Once we got to the end (which took WAY longer than I remembered it would!), we were ready to CELEBRATE with our friends!  The best part about what we did was that we did it with more than one class!  Mrs. Appelbaum’s class was finished with their pieces, too, so we got together.

As with many things, the way Mrs. Appelbaum did her writing celebration was a little different from me, so she taught me something new and it was super!!  First, she shared with Rm. 202 kiddos the directions her class had come up with to share their work with a partner:

IMG_5456-minThere was also a comment sheet she had come up with, where readers would give the writer feedback based on these starters: “Something I liked about your writing was…”; “Something I learned was…” and “Something I wonder now is….”  I’ve done compliment sheets before, but they’ve always been completely open-ended.  The structure of her sheet was helpful for those that needed ideas, but was also still open-ended enough for kids to make choices on how they’d respond.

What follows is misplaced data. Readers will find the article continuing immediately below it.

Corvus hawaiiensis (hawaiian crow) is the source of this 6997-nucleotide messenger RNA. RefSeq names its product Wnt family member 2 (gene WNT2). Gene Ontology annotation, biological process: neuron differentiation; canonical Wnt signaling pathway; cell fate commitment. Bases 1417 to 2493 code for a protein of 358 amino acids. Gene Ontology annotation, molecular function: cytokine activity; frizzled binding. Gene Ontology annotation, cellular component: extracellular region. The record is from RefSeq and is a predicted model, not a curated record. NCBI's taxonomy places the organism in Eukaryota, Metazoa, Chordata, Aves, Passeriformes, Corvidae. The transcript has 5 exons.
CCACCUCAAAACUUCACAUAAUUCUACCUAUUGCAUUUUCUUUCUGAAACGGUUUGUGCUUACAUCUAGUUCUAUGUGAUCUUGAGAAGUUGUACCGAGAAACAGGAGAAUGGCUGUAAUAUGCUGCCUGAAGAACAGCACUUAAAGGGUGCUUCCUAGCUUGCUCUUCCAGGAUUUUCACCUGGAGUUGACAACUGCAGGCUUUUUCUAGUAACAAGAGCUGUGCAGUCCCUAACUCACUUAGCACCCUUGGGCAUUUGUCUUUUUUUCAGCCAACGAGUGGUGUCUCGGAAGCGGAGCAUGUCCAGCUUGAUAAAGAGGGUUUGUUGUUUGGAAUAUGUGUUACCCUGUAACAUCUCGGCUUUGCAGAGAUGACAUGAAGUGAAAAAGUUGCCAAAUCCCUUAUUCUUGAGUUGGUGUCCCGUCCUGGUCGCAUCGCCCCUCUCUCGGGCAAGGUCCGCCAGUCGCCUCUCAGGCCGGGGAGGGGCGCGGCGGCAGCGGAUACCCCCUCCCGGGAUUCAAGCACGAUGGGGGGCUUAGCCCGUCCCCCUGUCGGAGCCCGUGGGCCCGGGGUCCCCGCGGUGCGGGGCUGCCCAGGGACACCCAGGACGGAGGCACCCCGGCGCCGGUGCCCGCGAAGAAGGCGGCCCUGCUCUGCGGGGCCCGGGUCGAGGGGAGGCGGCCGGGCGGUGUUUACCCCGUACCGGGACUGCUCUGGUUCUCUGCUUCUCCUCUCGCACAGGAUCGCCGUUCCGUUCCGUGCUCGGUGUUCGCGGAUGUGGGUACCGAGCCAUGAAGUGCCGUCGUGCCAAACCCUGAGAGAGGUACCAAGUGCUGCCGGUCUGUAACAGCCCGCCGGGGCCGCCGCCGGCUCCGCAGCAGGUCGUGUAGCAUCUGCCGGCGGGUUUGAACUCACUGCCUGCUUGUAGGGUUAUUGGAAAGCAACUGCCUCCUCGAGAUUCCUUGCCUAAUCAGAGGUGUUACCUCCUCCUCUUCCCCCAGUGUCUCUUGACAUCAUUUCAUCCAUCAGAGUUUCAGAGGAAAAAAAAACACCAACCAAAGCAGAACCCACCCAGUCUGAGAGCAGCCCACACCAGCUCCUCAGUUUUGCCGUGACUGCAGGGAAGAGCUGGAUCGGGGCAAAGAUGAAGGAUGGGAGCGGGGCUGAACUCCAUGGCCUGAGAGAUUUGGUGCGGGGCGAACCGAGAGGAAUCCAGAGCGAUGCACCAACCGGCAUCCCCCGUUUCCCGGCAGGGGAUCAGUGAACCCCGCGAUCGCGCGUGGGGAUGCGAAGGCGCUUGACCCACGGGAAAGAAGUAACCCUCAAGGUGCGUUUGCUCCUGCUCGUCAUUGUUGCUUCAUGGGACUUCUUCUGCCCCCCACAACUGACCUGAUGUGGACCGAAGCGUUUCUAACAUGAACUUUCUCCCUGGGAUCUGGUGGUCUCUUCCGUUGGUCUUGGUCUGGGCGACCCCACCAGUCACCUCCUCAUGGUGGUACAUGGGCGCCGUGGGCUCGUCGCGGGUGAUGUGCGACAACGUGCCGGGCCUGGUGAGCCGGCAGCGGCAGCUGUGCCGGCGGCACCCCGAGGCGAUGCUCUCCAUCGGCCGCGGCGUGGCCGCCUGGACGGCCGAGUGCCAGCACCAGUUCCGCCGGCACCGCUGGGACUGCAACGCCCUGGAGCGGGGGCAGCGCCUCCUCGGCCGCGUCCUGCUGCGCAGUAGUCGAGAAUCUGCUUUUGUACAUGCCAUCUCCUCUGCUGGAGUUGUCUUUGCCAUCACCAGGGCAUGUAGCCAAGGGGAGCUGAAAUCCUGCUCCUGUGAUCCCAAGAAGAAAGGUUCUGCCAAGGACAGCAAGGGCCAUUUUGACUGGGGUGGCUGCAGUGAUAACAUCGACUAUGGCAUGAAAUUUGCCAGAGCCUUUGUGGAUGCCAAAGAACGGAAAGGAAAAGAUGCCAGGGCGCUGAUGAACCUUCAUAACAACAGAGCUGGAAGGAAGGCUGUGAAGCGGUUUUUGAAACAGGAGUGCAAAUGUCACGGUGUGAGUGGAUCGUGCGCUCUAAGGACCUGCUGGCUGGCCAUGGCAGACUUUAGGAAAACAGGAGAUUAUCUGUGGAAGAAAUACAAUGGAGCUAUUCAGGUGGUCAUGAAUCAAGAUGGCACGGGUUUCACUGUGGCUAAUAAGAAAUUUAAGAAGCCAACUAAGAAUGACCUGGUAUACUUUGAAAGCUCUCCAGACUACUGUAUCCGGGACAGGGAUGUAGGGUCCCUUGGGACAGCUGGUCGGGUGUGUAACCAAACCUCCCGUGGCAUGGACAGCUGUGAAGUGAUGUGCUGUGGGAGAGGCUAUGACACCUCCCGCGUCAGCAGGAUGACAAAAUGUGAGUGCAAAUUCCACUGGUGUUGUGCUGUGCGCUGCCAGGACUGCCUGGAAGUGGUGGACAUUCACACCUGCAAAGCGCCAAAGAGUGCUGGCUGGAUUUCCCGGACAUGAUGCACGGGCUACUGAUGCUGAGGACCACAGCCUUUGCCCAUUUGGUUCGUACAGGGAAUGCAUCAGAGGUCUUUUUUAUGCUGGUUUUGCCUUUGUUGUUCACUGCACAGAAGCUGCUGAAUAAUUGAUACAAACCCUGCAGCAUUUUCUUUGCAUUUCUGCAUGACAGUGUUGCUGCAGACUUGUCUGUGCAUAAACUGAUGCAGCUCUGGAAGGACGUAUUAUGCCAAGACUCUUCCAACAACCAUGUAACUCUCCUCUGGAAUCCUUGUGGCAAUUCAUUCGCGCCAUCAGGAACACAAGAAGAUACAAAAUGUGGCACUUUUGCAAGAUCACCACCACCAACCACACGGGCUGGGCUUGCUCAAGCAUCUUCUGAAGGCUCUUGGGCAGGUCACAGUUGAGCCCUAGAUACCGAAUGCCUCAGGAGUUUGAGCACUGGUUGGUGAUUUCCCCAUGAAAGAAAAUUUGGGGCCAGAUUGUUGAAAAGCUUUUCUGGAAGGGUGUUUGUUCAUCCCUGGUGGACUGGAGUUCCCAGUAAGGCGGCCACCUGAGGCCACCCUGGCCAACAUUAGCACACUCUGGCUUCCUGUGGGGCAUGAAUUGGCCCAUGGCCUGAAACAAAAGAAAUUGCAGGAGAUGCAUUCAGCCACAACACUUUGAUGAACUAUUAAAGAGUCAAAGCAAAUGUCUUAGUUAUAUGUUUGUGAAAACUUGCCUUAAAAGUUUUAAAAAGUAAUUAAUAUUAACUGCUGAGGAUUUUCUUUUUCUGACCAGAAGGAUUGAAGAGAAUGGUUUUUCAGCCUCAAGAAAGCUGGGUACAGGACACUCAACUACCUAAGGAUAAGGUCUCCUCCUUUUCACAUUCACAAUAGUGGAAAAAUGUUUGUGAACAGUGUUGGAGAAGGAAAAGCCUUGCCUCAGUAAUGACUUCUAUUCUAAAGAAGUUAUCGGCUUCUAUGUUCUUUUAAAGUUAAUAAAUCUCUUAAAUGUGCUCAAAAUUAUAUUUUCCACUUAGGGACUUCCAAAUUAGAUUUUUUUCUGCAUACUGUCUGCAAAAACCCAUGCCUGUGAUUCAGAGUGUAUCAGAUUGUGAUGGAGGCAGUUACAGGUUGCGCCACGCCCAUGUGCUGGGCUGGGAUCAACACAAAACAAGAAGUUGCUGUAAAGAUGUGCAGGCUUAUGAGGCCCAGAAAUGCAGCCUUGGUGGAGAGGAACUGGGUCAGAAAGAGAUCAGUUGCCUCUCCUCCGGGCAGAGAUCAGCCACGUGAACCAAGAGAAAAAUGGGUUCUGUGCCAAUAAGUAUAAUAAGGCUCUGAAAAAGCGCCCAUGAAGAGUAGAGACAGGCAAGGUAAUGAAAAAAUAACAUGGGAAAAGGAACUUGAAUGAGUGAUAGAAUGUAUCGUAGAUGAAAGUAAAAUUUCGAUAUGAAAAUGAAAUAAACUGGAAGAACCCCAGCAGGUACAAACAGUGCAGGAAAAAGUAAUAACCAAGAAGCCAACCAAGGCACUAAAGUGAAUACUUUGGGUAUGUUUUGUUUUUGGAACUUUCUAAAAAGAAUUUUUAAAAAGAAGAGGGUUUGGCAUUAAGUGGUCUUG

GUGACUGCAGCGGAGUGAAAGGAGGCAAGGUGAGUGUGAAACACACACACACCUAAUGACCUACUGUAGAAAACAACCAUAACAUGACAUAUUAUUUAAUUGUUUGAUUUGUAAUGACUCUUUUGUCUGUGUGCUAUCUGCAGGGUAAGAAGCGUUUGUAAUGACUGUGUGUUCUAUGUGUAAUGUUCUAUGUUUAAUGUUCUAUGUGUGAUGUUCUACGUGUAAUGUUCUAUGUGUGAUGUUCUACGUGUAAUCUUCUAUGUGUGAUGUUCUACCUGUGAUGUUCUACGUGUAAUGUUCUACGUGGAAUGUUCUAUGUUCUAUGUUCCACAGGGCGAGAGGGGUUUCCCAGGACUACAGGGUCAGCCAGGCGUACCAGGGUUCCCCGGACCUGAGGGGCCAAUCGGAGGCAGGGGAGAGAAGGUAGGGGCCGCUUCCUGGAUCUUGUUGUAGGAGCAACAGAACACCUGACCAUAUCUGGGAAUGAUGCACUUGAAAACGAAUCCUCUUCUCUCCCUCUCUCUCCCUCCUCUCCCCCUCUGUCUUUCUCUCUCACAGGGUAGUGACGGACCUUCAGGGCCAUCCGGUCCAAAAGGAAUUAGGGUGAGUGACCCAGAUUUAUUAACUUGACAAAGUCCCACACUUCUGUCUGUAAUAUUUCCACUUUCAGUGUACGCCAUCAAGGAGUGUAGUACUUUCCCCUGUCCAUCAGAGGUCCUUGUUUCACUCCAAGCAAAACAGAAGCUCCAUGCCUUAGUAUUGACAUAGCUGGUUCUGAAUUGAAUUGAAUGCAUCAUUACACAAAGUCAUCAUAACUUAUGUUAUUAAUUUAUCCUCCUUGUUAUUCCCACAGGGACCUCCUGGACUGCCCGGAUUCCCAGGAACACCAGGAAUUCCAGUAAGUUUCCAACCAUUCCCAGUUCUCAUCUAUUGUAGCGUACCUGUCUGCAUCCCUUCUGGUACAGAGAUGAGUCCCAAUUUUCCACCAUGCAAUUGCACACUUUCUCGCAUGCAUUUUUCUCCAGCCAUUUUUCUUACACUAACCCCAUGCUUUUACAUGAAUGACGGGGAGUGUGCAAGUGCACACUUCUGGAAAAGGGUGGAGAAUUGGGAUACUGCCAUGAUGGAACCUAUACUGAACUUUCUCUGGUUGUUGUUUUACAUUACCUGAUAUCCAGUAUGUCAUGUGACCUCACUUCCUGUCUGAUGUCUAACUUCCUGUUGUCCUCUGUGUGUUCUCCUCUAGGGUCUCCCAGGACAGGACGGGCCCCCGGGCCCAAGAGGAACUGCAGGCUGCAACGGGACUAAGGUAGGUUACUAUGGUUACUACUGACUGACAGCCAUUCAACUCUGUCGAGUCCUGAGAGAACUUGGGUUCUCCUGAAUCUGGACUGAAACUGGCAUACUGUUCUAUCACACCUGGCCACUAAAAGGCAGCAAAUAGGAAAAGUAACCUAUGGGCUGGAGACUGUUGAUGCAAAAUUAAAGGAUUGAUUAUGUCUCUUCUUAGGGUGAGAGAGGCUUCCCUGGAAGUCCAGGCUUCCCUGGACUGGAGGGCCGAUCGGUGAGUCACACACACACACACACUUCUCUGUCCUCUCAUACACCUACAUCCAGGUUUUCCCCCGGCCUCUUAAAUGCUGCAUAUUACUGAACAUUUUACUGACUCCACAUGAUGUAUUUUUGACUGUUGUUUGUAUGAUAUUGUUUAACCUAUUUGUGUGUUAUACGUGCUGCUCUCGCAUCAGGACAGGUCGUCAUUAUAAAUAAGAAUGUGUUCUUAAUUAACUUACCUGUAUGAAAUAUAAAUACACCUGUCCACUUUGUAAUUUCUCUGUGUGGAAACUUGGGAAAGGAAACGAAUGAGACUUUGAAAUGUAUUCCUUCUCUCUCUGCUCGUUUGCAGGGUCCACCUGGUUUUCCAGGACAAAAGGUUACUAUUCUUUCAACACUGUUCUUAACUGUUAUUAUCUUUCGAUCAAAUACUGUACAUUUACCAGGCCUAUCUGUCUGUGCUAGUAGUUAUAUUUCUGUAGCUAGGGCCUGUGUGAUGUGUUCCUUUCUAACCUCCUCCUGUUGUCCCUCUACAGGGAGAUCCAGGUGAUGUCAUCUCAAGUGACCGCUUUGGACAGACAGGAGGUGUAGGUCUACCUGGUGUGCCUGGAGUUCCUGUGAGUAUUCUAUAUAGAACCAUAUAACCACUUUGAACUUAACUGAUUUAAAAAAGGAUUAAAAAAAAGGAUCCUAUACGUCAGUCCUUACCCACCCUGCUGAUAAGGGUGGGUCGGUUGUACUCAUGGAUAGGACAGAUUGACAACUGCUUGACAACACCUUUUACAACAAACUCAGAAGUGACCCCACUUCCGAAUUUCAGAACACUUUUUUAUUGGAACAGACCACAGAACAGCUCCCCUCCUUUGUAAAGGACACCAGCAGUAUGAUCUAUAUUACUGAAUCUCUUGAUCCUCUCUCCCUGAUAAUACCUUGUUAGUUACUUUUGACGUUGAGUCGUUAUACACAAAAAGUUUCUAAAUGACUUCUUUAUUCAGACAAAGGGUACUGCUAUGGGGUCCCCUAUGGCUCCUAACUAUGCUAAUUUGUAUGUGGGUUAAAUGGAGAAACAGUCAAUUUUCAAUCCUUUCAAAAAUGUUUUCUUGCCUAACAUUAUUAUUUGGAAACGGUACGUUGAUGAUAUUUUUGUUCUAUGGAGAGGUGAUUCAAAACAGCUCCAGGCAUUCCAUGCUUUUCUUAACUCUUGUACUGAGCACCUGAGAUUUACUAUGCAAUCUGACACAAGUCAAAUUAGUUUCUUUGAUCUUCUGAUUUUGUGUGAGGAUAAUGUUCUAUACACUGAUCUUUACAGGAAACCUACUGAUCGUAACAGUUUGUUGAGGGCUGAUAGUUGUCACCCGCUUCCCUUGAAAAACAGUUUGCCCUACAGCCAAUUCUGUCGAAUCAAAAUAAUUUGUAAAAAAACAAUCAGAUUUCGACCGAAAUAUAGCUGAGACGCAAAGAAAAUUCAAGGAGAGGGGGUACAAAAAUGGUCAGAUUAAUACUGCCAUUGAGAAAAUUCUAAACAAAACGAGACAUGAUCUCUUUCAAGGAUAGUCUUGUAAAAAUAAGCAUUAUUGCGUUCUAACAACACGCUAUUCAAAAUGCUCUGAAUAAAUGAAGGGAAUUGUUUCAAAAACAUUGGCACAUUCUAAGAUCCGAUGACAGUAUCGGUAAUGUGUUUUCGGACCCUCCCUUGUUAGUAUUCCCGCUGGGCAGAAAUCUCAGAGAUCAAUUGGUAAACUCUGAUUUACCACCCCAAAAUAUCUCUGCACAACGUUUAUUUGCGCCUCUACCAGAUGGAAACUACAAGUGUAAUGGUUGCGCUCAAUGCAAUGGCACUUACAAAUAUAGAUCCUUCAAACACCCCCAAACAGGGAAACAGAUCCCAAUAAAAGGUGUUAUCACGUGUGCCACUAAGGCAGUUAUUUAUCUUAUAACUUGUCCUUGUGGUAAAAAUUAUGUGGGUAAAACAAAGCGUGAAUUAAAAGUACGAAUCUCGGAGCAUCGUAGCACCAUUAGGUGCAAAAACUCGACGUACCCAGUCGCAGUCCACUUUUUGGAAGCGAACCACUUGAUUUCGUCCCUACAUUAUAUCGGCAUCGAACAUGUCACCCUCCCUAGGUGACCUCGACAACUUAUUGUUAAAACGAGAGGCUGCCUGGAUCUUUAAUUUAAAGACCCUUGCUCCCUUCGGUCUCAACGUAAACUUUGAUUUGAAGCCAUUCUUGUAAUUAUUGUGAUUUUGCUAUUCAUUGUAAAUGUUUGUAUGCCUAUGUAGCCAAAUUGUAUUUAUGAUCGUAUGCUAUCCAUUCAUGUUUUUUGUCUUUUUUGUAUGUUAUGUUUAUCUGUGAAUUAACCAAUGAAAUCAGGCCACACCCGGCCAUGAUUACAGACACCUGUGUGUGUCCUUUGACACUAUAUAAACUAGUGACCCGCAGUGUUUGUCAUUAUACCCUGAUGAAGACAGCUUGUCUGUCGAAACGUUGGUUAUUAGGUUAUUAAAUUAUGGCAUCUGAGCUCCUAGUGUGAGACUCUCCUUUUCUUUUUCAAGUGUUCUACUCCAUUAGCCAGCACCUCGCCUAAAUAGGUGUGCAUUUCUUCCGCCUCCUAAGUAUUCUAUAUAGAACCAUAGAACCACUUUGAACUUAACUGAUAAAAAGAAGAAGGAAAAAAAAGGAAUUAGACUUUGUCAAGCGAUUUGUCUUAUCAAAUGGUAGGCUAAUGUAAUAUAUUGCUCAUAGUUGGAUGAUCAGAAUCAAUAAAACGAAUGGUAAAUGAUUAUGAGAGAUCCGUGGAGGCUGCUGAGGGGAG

From within minutes of when we started, the room was “a-buzz” with that fabulous sound of excitement, learning, and laughing as kiddos proudly shared the work they had done to create meaningful writing pieces.

This is a short video, but here’s what it sounded like:

While you can’t really get the same experience from seeing pictures of it as if you were there, I do think you can imagine the experience.  Sometimes just seeing the pride and happiness on their faces is story enough!

This slideshow requires JavaScript.